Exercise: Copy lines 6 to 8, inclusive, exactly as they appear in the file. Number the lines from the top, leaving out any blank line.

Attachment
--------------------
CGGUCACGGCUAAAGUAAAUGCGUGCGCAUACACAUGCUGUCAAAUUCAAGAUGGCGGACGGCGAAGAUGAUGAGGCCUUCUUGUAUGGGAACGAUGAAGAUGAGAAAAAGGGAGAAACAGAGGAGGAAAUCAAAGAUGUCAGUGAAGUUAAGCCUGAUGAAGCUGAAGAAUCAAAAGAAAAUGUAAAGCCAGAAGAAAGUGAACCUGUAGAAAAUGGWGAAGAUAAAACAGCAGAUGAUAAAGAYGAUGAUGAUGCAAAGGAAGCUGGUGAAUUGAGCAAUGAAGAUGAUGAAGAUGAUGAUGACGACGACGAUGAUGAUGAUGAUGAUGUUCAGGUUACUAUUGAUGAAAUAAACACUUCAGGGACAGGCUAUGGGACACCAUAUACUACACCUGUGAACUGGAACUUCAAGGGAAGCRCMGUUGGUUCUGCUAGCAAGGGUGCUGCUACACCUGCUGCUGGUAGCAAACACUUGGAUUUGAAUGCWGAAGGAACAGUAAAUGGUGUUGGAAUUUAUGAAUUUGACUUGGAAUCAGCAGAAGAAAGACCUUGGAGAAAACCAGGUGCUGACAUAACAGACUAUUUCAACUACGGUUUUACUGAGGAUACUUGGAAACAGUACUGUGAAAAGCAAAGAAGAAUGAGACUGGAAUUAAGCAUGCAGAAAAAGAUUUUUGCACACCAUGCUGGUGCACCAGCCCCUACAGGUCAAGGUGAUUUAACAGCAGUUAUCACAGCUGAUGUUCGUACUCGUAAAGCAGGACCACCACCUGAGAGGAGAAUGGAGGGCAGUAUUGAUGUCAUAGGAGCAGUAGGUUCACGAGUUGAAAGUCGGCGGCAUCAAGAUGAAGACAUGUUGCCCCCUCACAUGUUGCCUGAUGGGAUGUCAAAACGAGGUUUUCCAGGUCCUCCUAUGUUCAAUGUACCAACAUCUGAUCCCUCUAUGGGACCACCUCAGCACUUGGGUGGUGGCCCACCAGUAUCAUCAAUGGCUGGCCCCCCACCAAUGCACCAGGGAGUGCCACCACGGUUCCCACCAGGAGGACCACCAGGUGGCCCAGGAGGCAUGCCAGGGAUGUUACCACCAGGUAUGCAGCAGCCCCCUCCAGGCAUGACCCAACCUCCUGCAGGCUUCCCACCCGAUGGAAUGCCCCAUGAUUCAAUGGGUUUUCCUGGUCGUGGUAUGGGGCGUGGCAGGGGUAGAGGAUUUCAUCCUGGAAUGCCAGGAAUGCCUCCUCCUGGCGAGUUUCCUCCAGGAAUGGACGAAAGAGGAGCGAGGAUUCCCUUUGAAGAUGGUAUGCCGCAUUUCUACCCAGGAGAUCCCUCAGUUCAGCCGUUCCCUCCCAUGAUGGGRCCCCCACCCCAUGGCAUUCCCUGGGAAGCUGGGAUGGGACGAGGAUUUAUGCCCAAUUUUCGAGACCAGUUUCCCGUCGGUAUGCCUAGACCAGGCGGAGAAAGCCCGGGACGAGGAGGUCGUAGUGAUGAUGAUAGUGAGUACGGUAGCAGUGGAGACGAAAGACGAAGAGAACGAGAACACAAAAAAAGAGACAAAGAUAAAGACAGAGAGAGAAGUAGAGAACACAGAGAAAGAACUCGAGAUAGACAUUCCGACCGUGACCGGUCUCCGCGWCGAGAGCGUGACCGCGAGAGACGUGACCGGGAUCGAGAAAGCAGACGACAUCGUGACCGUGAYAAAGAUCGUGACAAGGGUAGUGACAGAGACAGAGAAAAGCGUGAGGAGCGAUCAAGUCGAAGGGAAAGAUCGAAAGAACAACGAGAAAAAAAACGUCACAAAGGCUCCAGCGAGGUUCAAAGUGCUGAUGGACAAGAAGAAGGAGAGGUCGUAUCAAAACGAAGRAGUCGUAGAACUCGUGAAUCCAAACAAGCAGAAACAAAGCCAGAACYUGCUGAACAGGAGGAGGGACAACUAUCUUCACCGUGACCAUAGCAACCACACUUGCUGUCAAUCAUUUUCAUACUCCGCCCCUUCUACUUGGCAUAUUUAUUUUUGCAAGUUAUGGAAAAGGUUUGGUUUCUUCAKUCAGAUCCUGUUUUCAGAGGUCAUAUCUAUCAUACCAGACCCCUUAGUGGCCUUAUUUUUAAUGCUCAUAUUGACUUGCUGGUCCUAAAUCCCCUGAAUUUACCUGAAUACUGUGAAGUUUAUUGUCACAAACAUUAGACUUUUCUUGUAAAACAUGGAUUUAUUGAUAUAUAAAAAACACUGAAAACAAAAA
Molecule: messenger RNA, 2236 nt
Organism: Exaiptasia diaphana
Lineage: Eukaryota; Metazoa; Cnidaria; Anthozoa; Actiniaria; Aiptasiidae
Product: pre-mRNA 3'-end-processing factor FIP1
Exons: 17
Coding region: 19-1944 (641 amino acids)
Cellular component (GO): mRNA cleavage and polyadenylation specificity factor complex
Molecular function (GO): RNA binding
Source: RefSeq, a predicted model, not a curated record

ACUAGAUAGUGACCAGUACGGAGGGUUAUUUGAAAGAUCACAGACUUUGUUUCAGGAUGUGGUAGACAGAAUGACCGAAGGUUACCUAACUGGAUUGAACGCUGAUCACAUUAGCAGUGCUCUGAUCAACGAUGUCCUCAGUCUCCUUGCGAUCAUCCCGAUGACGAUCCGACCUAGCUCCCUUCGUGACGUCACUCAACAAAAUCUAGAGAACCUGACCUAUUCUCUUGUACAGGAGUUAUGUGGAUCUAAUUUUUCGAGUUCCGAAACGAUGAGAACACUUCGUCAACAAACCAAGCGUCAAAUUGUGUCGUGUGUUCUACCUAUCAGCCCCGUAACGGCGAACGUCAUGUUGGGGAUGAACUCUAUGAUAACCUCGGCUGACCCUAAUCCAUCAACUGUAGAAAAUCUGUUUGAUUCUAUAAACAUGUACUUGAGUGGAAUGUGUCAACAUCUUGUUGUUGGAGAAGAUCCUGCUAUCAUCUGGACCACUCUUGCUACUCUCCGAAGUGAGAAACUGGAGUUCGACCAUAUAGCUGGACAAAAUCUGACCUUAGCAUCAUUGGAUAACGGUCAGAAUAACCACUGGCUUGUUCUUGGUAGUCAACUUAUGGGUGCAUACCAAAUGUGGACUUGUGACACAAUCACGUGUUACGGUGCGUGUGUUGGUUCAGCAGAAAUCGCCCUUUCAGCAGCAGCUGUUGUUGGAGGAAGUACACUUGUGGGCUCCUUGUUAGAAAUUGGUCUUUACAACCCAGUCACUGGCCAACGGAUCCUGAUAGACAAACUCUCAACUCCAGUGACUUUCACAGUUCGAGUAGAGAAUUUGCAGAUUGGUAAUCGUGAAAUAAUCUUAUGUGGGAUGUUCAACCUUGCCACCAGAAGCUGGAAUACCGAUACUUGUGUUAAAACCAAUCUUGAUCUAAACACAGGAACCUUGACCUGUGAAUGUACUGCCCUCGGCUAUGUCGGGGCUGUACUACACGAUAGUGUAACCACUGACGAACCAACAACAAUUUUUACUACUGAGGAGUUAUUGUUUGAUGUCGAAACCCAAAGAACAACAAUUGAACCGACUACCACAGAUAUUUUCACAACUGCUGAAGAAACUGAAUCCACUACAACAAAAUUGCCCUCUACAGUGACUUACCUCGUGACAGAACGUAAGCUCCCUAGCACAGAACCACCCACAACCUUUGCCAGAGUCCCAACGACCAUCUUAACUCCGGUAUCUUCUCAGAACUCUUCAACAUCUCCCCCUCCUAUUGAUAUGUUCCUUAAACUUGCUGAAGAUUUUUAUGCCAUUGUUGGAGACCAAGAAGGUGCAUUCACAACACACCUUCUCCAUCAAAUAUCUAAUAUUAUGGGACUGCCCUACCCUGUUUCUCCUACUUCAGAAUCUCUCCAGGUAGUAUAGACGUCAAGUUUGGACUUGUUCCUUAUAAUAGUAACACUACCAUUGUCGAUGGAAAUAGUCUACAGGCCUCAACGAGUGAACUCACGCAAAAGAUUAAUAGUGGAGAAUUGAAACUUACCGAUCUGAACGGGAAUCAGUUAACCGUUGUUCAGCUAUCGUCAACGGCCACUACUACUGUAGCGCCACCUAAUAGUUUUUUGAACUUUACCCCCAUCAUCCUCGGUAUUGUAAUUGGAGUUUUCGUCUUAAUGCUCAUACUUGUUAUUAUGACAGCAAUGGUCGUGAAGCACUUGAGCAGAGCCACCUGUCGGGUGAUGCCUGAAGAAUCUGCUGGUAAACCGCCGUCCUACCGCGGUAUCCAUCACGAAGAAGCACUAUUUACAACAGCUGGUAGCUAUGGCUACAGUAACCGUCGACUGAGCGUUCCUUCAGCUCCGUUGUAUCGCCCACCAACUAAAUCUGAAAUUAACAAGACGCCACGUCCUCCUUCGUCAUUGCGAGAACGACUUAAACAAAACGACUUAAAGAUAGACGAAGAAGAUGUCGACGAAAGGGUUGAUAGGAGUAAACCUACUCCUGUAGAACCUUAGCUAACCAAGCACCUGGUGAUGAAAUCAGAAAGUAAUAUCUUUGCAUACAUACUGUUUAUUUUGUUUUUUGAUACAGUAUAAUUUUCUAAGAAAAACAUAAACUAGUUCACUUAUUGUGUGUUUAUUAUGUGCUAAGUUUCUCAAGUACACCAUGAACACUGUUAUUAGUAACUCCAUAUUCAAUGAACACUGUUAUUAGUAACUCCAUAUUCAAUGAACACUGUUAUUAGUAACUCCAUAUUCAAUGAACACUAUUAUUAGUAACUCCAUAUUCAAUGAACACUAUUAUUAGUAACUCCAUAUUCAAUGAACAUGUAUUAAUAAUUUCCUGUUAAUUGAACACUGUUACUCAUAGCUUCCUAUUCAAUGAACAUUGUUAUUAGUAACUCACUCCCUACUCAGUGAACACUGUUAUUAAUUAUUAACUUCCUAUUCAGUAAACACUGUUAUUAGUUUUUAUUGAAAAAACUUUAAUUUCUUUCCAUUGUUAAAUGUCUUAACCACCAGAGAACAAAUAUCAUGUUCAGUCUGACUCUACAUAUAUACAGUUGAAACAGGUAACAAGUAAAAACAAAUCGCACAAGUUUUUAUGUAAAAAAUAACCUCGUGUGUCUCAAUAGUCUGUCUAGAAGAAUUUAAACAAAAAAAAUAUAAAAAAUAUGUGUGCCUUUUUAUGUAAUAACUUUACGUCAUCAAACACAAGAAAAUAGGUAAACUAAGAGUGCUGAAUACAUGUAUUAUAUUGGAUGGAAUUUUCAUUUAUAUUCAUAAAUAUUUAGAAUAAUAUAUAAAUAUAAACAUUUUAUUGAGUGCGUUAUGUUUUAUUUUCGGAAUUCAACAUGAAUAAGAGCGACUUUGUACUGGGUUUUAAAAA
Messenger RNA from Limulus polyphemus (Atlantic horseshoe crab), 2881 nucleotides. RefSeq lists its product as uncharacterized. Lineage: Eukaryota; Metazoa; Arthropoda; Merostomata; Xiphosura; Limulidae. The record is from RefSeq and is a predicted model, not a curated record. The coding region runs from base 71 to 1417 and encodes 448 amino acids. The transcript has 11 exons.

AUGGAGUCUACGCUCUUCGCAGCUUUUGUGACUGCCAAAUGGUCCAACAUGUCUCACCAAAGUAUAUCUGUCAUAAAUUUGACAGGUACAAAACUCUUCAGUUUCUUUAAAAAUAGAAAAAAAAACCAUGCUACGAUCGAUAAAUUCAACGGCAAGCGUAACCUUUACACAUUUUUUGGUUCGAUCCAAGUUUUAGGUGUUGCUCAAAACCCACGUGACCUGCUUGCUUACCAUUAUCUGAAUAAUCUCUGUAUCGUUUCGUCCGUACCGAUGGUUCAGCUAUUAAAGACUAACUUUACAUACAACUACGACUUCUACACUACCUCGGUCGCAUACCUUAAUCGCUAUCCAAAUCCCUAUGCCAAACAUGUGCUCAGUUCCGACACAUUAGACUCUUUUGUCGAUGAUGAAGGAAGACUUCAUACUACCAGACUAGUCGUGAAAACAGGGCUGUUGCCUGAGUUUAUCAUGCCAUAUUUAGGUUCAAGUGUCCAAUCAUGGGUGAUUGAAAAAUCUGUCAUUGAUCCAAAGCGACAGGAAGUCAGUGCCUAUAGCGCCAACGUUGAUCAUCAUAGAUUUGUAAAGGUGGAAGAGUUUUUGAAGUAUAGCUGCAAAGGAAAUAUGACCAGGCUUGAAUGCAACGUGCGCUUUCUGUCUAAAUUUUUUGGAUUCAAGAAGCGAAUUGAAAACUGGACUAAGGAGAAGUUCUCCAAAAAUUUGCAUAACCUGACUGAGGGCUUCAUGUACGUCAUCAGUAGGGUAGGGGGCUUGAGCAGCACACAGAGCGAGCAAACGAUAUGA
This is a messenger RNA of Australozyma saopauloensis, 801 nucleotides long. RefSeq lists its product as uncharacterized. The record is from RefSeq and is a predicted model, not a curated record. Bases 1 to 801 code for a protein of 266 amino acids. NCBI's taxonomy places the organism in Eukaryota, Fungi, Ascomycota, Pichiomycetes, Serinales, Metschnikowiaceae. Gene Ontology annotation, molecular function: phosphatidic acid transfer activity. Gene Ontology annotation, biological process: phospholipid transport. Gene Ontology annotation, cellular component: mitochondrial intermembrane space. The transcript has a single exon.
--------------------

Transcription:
Exons: 17
Coding region: 19-1944 (641 amino acids)
Cellular component (GO): mRNA cleavage and polyadenylation specificity factor complex